You want unity in the church? Then agree on these questions

January 13, 2016

Anne Kennedy, a gifted writer and evangelical Anglican blogger (of the American variety—ACNA?), reflects on the most important questions facing leaders of the worldwide Anglican Communion as they gather this week in Canterbury. Despite what you’ve heard, these questions don’t pertain directly to homosexuality; rather, the debate surrounding that issue is an inevitable symptom of our problem.

We United Methodists should bear her words in mind when leaders from our denomination gather in Portland, Oregon, later this year for General Conference.

How is a person to be saved? More importantly, does anyone need saving? That is the question that the Anglican world has not been able to come to grips with. Tragically, I am of the mind that the human person, every single one of them in fact, is very far gone, is like a sheep who has gone astray, who can’t find her, or even his, way back, is needing to be rescued. I know this because the scriptures themselves say it. And I have taken the trouble to read and understand those same scriptures. I have discovered that they can be known, that they are reliable and true, and that Jesus can’t be grasped apart from them. He himself is the savior, he desires that all should turn from the self and sin and repent. For the one who repents he is faithful to forgive.

But you can’t pry him away from the scripture and expect him to be the savior who saves you. You just can’t do that. If you pry Jesus out and reform him into something that is more suitable to yourself and the culture, any culture, you no longer have a Jesus who can save. That is the essential point. It’s always been the essential point. It hasn’t changed. It isn’t complicated. Meeting together all day long, if you don’t agree about that, isn’t going to bring unity of belief and purpose. It only continues to confuse.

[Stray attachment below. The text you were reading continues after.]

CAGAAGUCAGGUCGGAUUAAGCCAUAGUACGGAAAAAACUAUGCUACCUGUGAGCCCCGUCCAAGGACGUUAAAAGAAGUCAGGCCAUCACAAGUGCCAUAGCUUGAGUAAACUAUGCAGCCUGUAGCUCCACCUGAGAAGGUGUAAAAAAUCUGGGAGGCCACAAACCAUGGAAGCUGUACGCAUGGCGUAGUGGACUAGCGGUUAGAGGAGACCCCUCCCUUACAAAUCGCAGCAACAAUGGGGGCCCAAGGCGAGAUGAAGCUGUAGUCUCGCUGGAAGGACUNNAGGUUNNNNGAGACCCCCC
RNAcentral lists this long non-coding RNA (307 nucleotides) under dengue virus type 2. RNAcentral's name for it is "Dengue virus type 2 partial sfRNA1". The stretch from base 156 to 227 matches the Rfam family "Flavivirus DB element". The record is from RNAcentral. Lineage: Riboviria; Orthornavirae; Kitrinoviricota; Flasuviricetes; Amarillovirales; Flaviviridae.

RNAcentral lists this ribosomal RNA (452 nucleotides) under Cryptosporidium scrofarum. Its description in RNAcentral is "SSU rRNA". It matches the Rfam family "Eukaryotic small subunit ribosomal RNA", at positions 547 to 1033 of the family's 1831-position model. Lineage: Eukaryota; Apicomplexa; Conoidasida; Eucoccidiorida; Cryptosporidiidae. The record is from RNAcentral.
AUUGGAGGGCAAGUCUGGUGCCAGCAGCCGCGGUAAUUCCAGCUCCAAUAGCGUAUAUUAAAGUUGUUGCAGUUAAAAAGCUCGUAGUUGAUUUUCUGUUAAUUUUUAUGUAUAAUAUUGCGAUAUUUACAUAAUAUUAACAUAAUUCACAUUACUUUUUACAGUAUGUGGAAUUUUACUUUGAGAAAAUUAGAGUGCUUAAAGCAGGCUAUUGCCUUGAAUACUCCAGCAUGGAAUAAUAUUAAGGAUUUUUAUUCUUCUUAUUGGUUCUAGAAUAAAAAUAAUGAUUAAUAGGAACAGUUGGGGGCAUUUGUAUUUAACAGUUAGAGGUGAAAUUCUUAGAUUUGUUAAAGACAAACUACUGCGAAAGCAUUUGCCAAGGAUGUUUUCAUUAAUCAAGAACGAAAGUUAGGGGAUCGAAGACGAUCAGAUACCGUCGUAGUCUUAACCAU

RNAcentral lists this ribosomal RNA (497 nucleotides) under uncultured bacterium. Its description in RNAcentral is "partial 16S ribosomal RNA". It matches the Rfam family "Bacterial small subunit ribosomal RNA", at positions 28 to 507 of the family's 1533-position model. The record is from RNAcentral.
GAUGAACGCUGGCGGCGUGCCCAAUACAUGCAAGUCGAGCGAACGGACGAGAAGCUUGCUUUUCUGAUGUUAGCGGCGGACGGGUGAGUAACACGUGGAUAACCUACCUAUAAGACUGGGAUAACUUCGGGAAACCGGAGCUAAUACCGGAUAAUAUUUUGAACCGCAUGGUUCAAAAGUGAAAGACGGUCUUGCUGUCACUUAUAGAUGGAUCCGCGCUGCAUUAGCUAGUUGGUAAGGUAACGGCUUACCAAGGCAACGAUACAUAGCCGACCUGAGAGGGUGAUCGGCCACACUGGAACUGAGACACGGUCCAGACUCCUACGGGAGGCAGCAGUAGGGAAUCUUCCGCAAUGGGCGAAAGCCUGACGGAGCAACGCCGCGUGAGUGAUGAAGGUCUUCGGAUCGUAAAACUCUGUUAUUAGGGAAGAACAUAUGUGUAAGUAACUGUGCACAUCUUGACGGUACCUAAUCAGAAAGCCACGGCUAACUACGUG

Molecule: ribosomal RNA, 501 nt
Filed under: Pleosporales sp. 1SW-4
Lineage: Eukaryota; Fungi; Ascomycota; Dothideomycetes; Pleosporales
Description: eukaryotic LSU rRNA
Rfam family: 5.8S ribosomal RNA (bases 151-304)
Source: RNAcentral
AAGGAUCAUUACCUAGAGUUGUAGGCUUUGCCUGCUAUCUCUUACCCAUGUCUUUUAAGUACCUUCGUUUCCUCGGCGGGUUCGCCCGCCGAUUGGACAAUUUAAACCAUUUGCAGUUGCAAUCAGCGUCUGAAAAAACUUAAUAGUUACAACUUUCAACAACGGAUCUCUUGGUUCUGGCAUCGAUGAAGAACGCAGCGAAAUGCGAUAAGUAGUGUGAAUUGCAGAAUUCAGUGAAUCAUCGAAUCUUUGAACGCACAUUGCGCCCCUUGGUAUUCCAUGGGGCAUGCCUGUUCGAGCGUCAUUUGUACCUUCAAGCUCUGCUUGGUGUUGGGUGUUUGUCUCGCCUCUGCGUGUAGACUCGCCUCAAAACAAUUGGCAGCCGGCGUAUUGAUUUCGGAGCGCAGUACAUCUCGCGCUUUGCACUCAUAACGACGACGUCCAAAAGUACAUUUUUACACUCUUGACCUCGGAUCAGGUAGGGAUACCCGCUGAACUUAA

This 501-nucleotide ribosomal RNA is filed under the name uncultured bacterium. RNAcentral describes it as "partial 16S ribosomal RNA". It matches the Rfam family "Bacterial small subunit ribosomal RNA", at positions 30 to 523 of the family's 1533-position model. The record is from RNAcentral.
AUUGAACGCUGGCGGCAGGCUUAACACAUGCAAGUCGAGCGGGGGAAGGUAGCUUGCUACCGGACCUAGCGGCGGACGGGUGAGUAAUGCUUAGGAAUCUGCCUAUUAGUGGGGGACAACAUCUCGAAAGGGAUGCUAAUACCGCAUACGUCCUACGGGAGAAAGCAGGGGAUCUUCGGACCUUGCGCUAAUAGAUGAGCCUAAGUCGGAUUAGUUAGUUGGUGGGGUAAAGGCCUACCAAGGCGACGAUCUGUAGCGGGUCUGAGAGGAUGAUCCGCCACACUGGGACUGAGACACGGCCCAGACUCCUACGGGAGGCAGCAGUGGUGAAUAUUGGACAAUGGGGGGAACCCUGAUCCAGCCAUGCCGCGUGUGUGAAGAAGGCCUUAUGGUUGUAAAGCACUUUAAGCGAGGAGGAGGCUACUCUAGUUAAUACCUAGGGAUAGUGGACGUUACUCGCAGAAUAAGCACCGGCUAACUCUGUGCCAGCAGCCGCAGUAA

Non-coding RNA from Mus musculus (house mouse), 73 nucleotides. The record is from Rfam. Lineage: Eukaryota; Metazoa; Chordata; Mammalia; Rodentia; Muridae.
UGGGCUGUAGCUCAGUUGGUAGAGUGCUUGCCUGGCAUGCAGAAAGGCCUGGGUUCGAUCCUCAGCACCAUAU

And confusion abounds in every direction. Christianity of every brand and flavor is in chaos. Prominent pastors and teachers are every day inching up closer to that alluring, siren call of heresy. Ordinary people in the west largely believe they are going to heaven, because they are good, and God, whoever he is, and it doesn’t really matter, loves them. In the era of the BuzzFeed Christian, a clear, full throated proclamation of who Jesus is is of the essence.

And on that note, I will go and enjoin my spirit to God in prayer, that he will not only save the lost, but that he will also save and rescue his church.

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